Overall, these controversies jeopardised Duterte’s anti-corruption legacy as he was nearing the end of his term. His penchant for defending and unilaterally absolving his accused subordinates marred his campaign pledge of the swift eradication of corruption. His circumvention of the country’s formal accountability system also questioned his commitment to a «clean government».34 Furthermore, his apparent silence on Uy’s acquisition spree cast doubt on his promise to «destroy the oligarchs», whom he had accused of using their political influence to advance their business interests.35 The rise of Duterte-aligned businessmen, most notably Uy, suggests that the President lets his favoured individuals dominate the country’s political and economic landscapes.

2.3. Crackdown on dissent intensified

Apart from flouting the constitutional checks and balances and other oversight mechanisms, the Duterte administration’s policies that further eroded the country’s fragile democracy are also evident by state agents’ escalating crackdown on civic space.

The administration’s frequent red-tagging of leftist activists has blurred the line between insurgency and activism, steering its anti-communist campaign towards a repressive and violent path. Months after Duterte accused the University of the Philippines (UP) of serving as a communist recruitment hub, the Department of National Defense (DND) unilaterally abrogated the 1989 UP-DND Accord in January. The bilateral agreement prevented security forces from entering UP campuses that served as bastions of academic freedom and student activism. While the termination of the agreement elicited public outcry, the DND cited the alleged «clandestine recruitment» by communist groups inside UP to justify its decision, echoing the President’s earlier statement.36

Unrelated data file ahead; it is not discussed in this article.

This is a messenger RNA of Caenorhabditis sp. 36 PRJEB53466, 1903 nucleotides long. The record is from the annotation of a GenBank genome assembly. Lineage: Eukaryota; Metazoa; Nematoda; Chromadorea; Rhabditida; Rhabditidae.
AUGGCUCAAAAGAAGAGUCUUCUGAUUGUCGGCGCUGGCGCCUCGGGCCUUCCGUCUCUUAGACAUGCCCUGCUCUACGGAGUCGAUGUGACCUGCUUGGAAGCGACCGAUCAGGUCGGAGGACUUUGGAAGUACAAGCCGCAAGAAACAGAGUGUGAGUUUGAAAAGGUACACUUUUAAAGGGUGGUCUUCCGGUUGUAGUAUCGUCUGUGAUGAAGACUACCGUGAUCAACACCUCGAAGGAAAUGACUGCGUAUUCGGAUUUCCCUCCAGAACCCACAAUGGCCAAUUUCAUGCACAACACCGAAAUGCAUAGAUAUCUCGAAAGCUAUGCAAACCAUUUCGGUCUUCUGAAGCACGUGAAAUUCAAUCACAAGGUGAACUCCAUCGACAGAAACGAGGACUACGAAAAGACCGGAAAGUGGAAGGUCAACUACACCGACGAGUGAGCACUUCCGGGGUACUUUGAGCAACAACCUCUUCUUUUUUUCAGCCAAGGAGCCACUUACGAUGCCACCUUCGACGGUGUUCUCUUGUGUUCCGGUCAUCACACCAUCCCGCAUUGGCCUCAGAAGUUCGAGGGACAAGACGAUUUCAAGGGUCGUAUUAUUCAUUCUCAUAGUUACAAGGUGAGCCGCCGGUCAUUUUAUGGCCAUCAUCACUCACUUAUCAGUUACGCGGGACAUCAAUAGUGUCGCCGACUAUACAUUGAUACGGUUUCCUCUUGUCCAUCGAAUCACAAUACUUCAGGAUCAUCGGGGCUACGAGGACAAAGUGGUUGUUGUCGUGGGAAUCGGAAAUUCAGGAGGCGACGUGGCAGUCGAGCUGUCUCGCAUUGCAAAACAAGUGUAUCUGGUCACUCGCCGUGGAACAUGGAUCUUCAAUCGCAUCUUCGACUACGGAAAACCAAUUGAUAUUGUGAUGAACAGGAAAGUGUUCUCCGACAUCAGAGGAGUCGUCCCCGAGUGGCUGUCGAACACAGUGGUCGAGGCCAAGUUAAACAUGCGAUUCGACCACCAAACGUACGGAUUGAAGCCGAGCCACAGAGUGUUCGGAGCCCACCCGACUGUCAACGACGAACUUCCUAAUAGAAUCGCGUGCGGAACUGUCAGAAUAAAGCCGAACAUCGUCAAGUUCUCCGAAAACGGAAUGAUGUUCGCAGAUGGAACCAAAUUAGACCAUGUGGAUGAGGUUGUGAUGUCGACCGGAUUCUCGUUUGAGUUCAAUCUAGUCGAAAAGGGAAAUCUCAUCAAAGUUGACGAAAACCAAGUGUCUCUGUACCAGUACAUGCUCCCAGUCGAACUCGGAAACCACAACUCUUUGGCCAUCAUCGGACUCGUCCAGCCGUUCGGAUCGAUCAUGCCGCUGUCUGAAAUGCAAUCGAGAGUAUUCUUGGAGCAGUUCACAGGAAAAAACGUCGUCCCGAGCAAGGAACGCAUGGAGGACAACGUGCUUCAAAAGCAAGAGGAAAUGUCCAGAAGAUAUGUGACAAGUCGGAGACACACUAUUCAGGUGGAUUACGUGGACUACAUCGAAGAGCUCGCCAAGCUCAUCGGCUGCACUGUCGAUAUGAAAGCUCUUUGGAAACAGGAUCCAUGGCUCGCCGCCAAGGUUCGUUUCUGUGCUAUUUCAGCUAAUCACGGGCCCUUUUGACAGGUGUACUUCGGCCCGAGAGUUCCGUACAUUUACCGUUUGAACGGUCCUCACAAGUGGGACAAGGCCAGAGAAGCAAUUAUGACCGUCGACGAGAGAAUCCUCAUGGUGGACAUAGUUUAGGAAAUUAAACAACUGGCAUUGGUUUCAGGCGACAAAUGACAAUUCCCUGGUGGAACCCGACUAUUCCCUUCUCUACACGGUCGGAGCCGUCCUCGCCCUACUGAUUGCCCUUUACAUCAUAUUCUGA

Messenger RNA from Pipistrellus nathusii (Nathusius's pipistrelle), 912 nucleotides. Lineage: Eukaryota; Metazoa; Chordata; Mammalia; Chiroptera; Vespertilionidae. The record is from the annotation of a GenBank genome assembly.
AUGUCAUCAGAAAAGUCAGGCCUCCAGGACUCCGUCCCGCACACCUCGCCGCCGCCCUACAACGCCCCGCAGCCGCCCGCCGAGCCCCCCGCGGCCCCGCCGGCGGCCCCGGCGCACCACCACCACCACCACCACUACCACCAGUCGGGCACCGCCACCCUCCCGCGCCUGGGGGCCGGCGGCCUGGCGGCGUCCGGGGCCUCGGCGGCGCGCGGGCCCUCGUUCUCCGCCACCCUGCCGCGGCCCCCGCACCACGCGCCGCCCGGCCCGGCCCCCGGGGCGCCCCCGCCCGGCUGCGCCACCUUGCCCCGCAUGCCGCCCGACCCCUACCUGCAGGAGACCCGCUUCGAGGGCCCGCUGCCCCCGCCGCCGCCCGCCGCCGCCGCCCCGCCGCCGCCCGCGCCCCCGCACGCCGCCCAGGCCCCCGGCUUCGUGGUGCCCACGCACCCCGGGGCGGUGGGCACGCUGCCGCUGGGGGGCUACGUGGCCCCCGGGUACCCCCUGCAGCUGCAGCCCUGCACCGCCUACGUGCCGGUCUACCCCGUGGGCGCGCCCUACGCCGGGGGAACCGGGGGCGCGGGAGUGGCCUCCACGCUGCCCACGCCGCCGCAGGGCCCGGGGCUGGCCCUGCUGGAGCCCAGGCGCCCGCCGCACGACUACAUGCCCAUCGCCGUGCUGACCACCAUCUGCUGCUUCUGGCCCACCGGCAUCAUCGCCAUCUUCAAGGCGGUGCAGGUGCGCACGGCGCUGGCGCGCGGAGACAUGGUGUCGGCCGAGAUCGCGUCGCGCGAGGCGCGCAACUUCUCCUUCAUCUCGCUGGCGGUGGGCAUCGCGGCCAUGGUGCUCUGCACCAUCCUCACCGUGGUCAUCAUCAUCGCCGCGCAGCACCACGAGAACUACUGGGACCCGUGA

In March, Duterte ordered the security forces to «finish off» the communist rebels, raising concerns of another wave of killings similar to his drug war.37 Two days later, state forces carried out joint police-military operations in Calabarzon38 to implement search warrants for illegal possession of firearms and explosives issued by the Manila regional trial court. Dubbed as «Bloody Sunday», the raids resulted in the death of 9 individuals and the arrest of 6 others, most of whom were from labour and urban poor organisations.39 While the region’s police chief defended the joint operations as part of the President’s «whole-of-nation» approach40 to countering communist insurgency, various human rights and progressive groups considered them a premeditated attack on non-combatant activists.41 They also disputed the PNP’s claim that the slain individuals fought back when served with search warrants.42

In light of these alarming extrajudicial killings, the Supreme Court issued a rule requiring law enforcers to have at least two recording devices during the execution of warrants.43 In December, the Department of Justice (DOJ) made its first major move since launching a probe on the «Bloody Sunday» raids, suing 17 policemen for murder over the death of one activist.44 The Supreme Court in the same month also declared parts of the heavily contested Anti-Terrorism Act of 2020 unconstitutional, including the vague provision that could make a protest, strike, or advocacy an act of terrorism.45 While petitioners and critics applauded the decision, the High Court also affirmed most of the law’s provisions, such as the contentious provision allowing the detention of suspects for up to 24 days without charges.46

The Duterte administration’s crackdown on dissent further deteriorated press freedom in the Philippines, as evidenced by the mounting attacks against journalists and news outlets critical of the government’s excesses. Beleaguered Rappler CEO Maria Ressa’s efforts to safeguard freedom of expression emphasised this troubling trend that gained worldwide attention with her receipt of the 2021 Nobel Peace Prize.47Ressa has previously drawn Duterte’s ire because of Rappler’s critical coverage of his drug war. Over the previous years, Ressa and Rappler got charged with multiple offences, which critics viewed as politically motivated. In March, the National Task Force to End Local Communist Armed Conflict (NTF-ELCAC) red-tagged Rappler for allegedly being a «friend and ally» of the communists.48